Dec. 3, 2019

By Shane Burgess, University of Arizona Vice President for Agriculture, Life and Veterinary Sciences, and Cooperative Extension

Philanthropy has been more important to us every year. All of our transformational initiatives have happened because of it. Although I officially spend 25% of my work time doing development, I’m always thinking about how it could be affected by, or fit in with, the work I’m doing all of the time.

I’ve learned about what we call "development" and what inspires personal philanthropy since I became a university faculty member in 2002. My learning curve had a very gentle slope for my first six years, but I listened when I was exposed and was involved when I could be. That proved invaluable for when I came here and my learning curve went exponential.

Working successfully with donors comes naturally to very few people. Thankfully, we have some of them on our team—our talented professional development officers. All CALS academic unit heads and associate deans do development. Some faculty are also very involved, and more naturally will be. Here are some things I’ve learned from our pros and the hard way; I hope they may help you, too.

Donors want to know how you can be a part of realizing their vision not yours. You need exciting ways to help donors transform the world by helping solve their hitherto seemingly intractable problems.

Face-to-face visits are essential. Direct-mail letters and email blasts do not raise major gifts and may annoy people.

Listen more than talk. Ask open-ended questions, and truly listen to the answers. Do donors want a habitable planet for their grandchildren? Are they struggling to get a highly trained workforce? Do they care that first-generation students are food insecure?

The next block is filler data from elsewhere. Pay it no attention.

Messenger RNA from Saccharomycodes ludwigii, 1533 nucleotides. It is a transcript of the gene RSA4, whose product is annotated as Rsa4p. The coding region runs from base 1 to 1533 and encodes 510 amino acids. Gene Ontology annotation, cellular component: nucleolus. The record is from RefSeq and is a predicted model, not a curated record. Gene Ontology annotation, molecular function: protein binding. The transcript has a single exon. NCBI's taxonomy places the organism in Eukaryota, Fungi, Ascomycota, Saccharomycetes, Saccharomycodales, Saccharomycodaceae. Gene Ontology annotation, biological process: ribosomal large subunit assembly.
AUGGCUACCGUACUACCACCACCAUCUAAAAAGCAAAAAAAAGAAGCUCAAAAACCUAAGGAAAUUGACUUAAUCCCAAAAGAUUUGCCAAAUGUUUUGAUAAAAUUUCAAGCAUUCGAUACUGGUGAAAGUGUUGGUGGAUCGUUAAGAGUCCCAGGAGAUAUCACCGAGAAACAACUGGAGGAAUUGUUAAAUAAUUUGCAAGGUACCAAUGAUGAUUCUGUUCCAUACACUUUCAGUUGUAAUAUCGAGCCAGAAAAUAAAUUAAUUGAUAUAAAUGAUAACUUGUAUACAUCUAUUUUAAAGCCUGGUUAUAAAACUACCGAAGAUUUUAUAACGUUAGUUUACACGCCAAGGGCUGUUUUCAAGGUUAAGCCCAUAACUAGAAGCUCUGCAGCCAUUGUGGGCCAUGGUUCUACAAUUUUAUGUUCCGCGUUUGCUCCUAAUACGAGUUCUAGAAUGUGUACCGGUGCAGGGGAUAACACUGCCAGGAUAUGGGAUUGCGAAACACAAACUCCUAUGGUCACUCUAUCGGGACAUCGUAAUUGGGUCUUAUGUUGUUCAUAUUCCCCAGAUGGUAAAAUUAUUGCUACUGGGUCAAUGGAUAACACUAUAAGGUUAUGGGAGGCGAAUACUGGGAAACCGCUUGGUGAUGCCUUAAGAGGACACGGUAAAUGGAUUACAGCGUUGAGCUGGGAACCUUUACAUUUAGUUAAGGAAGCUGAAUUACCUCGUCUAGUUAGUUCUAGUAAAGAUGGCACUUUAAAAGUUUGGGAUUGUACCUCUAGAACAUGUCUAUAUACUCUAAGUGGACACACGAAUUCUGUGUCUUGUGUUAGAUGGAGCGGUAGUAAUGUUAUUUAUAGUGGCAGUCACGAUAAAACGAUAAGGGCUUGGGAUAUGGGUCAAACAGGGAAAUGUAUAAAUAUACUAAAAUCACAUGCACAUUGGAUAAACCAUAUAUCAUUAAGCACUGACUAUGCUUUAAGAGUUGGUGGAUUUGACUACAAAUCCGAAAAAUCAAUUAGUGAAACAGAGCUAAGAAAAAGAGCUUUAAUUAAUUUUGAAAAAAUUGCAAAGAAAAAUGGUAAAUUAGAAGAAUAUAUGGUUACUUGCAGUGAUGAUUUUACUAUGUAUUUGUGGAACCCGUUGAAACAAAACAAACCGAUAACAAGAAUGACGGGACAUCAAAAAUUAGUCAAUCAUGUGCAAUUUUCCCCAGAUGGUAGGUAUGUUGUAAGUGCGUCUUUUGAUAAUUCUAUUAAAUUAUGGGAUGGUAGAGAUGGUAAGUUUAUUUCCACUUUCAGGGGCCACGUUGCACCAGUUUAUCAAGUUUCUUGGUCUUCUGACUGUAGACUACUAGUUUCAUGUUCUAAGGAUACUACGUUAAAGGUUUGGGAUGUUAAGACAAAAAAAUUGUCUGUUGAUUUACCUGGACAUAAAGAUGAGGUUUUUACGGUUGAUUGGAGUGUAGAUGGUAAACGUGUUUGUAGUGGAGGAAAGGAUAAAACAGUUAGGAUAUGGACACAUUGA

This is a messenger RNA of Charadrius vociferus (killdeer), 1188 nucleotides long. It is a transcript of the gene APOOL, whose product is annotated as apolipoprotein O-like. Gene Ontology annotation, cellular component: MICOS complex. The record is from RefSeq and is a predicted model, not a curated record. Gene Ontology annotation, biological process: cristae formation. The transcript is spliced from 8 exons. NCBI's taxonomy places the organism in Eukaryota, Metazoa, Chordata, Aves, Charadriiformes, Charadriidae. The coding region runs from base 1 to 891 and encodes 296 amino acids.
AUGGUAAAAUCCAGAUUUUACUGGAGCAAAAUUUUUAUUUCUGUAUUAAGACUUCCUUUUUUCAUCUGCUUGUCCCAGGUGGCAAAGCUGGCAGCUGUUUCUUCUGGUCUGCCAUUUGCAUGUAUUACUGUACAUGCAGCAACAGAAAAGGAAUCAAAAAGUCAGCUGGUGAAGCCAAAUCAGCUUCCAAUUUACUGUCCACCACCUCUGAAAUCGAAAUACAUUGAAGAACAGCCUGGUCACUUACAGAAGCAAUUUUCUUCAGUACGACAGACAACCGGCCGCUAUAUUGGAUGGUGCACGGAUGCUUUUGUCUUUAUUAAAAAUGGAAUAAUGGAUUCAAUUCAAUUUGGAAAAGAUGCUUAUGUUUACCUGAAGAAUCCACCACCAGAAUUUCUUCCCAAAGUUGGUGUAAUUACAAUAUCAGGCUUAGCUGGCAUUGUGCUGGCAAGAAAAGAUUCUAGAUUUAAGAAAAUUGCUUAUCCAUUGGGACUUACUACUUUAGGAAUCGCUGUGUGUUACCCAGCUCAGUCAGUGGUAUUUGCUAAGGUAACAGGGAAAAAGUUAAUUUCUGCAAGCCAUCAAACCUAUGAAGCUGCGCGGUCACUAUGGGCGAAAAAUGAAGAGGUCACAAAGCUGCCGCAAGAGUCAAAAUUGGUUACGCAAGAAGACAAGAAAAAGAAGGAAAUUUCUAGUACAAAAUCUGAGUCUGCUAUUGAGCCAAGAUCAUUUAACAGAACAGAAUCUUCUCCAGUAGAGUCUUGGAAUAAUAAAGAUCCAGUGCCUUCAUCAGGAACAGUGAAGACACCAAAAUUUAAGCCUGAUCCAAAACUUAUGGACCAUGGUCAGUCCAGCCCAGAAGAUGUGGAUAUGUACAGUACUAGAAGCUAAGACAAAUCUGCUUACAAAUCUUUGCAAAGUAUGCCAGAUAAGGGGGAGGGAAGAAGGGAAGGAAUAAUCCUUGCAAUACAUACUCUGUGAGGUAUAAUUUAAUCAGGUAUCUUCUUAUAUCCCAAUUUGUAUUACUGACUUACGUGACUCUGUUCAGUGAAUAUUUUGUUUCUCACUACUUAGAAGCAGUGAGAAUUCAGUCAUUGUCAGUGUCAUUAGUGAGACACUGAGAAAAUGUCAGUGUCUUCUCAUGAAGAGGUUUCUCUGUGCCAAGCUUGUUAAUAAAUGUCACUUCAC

Identify where the philanthropist is on the "decision spectrum" and then help them move through it. Are they indifferent, troubled, fearful, opposed, neutral, studying, interested, enthused, or committed to give?

Tell stories, well. This is an iterative process, often over multiple visits. Identify where the philanthropist is on their decision spectrum, determine which direction they are moving and respond accordingly.

Never prejudge who is, or can be, philanthropic.

Everyone is connected. Always show everyone why he or she can be as excited about your work as you are. If you meet someone who seems to want to help you in any way, contact your development officer about the next steps.

Post-gift stewardship is critical. How you treat donors is always noticed.

When you cannot help a donor realize their vision, help them to find your colleague who can. No one "owns" a donor and we are all, including the donor, on the same team. Note it when people help you this way.

Please note we do have three development policies we all must follow:

Media contact:
Bethany Rutledge, director of administration and communications